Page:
It’s been nearly a decade since the United States endured its worst recession since the Great Depression. The devil in the details of Depression 2.0 had to do with two phrases that I am almost positive will confuse several of you; subprime mortgages and mortgage-backed securities. A subprime mortgage is a long-term loan issued to an individual who, at one time, may have not been a very trustworthy individual and failed to repay their accumulated debts. These risky borrowers were given loans from major banking institutions to purchase things like cars, houses, and other investments that most people don’t have cash on-hand to procure. Hmm, lending money to people who’ve defaulted on loans before, sure, there’s no way this can turn sour.
We’re back in 2008, and banks are issuing subprime mortgages left and right, but if these individuals may end up not making good on their monthly payments, how will banks make their nut? Enter “Mortgage Backed Security” ready to do some serious damage. Mortgage-Backed security was created by banks to sell claims to repayment streams from of a group of people’s subprime mortgages. For example, one could purchase one of these securities that had within it several subprime mortgages from those risky individuals we spoke about earlier. Interestingly enough, banks sold mortgage-backed securities to other banks who would then split up the securities into smaller chunks and sell those off to other banks. Soon enough, millions of subprime mortgage borrowers had their loan repayments in the hands of banks across the country. But these banking institutions failed to recognize one crucial detail about all of this; the original borrowers of the subprime mortgages were approved for loans even after they exemplified a history of failing to pay their mortgages. Suffice to say that in 2008, millions of subprime borrowers defaulted on their loans, causing banks to lose all profit gained from mortgage-backed securities, thus resulting in…drum roll, please…a recession!
Over ten years have gone by since our country underwent an industry-collapsing recession, and, although activity measures like retail sales, industrial production, and employment are at an all-time high, a growing number of economists and financial experts believe we are due for another recession in the next twenty-four months. Market growth has shown significant signs of slowing down over the last few months, with the Dow and several other indices dropping hundreds of points every week or so. As of Monday, the Dow fell 508 points, or 2.1%, with the S&P 500 following suit, as it dropped 2.1% to its lowest level all year.
“Traditional signals of a U.S. recession from the shape of a yield curve to a fall in housing investment to corporate bond spreads are suggesting in late 2019, early 2020.”
–Constance Hunter, Chief Economist, KPMG
According to several media outlets, all eleven sectors of the S&P 500 have received a decrease in expected earnings growth in the last few months, “led by utilities, materials, and industrials.”
Before he even took office, President Trump made it clear that he wanted every product, service, and commodity to be manufactured in America and only America. As it relates to the oil industry, this has translated to a rush to pump oil out of shale fields around the country, most notably in West Texas, miraculously leading to record-high levels of production for black gold. Though domestic oil production couldn’t be higher, concerns about oversupply have sent oil prices every which way but loose.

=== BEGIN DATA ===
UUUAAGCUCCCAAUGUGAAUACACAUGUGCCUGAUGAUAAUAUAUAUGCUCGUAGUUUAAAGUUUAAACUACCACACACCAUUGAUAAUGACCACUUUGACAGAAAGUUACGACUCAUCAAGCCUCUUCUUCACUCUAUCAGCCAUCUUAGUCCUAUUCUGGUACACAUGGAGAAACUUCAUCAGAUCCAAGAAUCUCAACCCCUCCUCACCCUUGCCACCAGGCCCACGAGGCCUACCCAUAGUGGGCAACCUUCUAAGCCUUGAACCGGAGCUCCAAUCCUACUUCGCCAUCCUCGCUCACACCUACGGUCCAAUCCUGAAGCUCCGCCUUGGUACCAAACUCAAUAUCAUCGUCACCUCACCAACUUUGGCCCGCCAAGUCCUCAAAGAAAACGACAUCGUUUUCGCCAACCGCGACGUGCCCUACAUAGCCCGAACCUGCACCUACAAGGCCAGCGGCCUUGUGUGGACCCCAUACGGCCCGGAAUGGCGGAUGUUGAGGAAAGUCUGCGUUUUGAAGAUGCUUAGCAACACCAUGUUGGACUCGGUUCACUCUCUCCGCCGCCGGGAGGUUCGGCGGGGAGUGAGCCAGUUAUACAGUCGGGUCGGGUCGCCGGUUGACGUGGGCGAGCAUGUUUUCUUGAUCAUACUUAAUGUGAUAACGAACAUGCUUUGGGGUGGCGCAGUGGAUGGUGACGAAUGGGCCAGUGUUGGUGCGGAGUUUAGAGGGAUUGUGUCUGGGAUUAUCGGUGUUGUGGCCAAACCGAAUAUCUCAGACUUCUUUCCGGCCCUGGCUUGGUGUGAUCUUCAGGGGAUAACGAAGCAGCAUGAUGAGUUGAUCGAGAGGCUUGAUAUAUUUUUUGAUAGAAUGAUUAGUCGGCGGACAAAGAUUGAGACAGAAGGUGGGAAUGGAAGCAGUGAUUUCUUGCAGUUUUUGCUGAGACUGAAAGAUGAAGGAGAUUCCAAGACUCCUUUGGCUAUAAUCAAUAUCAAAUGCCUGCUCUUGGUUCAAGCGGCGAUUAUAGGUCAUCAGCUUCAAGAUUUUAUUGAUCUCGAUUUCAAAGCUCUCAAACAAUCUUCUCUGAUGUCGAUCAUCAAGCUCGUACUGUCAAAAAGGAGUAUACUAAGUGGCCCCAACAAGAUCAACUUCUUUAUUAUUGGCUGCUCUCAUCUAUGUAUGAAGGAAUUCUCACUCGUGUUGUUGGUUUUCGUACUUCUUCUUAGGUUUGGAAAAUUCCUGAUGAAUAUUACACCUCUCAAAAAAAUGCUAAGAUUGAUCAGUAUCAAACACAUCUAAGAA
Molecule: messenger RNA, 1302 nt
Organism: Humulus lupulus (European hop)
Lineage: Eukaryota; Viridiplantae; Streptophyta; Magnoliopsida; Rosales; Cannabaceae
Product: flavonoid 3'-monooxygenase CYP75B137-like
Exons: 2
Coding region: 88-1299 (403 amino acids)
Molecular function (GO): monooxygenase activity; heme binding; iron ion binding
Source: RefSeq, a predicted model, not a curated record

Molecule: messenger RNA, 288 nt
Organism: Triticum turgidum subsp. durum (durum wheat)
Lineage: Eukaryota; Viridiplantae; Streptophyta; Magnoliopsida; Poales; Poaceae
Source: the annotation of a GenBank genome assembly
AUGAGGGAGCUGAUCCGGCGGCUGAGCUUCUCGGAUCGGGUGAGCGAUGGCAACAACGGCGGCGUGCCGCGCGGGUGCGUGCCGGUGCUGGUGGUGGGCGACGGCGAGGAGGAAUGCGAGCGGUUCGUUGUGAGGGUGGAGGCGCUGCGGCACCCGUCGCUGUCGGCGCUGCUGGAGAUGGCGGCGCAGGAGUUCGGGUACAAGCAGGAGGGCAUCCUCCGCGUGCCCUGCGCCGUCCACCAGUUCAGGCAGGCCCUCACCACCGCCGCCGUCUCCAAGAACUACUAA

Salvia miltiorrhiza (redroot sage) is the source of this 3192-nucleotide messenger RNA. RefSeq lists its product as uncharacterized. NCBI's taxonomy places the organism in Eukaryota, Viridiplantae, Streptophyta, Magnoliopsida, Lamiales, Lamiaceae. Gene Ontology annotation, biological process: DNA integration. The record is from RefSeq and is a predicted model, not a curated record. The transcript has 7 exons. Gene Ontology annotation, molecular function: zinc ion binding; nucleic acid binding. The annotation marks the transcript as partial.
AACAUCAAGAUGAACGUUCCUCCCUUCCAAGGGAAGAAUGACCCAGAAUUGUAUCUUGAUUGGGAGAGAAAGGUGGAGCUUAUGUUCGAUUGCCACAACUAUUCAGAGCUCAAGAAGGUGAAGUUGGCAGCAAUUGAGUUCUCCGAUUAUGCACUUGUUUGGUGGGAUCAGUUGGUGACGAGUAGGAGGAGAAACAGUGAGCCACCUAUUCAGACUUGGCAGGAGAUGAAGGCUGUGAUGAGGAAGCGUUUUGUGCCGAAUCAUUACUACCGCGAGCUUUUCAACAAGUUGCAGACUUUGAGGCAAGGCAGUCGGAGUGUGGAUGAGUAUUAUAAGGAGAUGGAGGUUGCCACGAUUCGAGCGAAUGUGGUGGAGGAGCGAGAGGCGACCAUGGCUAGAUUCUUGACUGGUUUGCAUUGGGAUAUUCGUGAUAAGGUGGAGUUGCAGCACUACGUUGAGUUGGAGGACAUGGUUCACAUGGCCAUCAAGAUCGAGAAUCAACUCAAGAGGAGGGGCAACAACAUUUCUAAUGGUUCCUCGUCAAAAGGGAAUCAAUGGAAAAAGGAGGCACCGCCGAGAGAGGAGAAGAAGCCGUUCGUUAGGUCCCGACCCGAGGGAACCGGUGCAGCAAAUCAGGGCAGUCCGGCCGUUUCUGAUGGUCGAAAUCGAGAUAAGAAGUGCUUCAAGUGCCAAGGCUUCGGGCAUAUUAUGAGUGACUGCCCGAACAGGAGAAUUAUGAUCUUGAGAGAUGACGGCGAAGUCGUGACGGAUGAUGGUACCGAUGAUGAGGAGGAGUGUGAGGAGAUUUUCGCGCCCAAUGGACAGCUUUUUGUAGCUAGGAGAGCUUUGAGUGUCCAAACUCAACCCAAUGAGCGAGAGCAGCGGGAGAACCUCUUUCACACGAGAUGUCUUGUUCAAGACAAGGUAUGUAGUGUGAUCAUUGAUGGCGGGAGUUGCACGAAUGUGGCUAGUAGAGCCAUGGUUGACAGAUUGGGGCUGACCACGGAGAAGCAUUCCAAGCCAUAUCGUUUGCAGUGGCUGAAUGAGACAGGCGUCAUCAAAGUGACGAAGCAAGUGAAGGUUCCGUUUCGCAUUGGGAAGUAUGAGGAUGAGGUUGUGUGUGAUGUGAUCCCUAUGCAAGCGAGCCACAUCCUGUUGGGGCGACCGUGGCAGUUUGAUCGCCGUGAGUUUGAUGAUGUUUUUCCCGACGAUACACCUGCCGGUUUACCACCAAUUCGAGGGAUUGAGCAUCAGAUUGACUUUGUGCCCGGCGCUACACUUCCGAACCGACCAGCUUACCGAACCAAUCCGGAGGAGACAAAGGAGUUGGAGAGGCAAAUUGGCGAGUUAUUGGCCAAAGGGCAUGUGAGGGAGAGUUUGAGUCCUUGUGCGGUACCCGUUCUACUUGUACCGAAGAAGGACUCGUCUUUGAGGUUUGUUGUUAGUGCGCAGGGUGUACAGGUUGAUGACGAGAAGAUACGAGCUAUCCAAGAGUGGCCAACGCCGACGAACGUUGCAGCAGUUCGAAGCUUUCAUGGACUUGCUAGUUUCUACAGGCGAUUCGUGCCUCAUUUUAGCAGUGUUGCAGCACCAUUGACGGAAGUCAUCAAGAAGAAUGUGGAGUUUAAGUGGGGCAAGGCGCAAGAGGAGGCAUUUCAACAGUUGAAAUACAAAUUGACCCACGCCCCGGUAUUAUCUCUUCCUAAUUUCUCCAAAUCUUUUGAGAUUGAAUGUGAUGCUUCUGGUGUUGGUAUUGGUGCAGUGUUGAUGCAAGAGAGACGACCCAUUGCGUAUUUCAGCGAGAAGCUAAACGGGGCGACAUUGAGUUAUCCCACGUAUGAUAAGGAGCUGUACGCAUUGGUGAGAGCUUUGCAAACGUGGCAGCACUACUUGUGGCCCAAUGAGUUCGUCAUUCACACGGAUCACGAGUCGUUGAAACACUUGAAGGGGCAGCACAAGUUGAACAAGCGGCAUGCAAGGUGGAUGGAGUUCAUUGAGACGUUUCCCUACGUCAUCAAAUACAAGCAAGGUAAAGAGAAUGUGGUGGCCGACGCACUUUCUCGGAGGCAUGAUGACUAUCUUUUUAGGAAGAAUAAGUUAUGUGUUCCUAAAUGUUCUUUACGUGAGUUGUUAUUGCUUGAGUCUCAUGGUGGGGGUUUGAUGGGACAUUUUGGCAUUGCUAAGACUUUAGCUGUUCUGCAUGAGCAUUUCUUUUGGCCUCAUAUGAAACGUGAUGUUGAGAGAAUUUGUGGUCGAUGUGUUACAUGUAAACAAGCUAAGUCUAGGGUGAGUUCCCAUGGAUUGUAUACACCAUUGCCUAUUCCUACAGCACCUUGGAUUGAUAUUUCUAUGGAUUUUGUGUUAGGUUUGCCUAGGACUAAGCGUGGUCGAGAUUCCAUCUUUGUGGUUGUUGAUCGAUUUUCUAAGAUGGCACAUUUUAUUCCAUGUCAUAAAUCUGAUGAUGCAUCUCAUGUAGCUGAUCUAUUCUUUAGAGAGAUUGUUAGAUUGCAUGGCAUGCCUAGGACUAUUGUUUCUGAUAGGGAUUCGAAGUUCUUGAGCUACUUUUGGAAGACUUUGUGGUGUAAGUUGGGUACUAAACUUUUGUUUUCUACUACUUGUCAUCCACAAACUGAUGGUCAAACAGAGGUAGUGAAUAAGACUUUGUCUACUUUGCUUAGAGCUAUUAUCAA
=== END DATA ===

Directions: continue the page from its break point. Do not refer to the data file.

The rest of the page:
Clifford Krauss, a contributor to the New York Times, writes that oil is currently resting on an economic sweet spot, given that prices are not so high that consumers and businesses feel pressed for cash, and not so low as to disrupt business for engird companies and oil exporters like Saudi Arabia and Russia. Since President Trump insisted the US focus more domestic crude, oil production has more than doubled in the last ten years, to over 11 million barrels per day.
The recent drop in oil prices has not only raised concerns for investors in the space, but for manufacturers and the hundreds of thousands of oil workers that fear for their jobs. According to the New York Times, the last time oil prices slid in 2014, “more than 160,000 oil workers lost their jobs.” Think about it. If oil prices decrease, so too does the profit enjoyed by oil producers because a decrease is cost, coupled with overstock, will result in less demand, and therefore, less of a need for oil workers.
The current political climate surrounding President Trump has only stoked the fires causing stock market sentiments to be less than positive. Remaining true to form, Trump recently tweeted his criticisms of the US Federal Reserve, calling out the Fed after a year of ill-fated interest hikes.
“It is incredible that with a very strong dollar and virtually no inflation, the outside world blowing up around us, Paris is burning and China way down, the Fed is even considering yet another interest rate hike. Take the Victory!”
–President Donald Trump on Twitter
Another idea to consider is how the public will respond civically in the event of another recession. In other words, will Americans blame President Trump for the economic downturn of their country? According to the Brookings Institute, “whether fairly or not, by the time they are seeking re-election, the public holds sitting presidents responsible for the state of the economy.”
Although Trump has public tooted his own horn following impressive US employment rates, I wonder if tweets will be enough to secure his reelection in the event of a recession. Of the ten presidential incumbents who have sought re-election since the end of World War II, the only three who lost – Gerald Ford, Jimmy Carter, and George H.W. Bush all failed to secure a second term as they run during periods of sluggish economic growth, according to Time.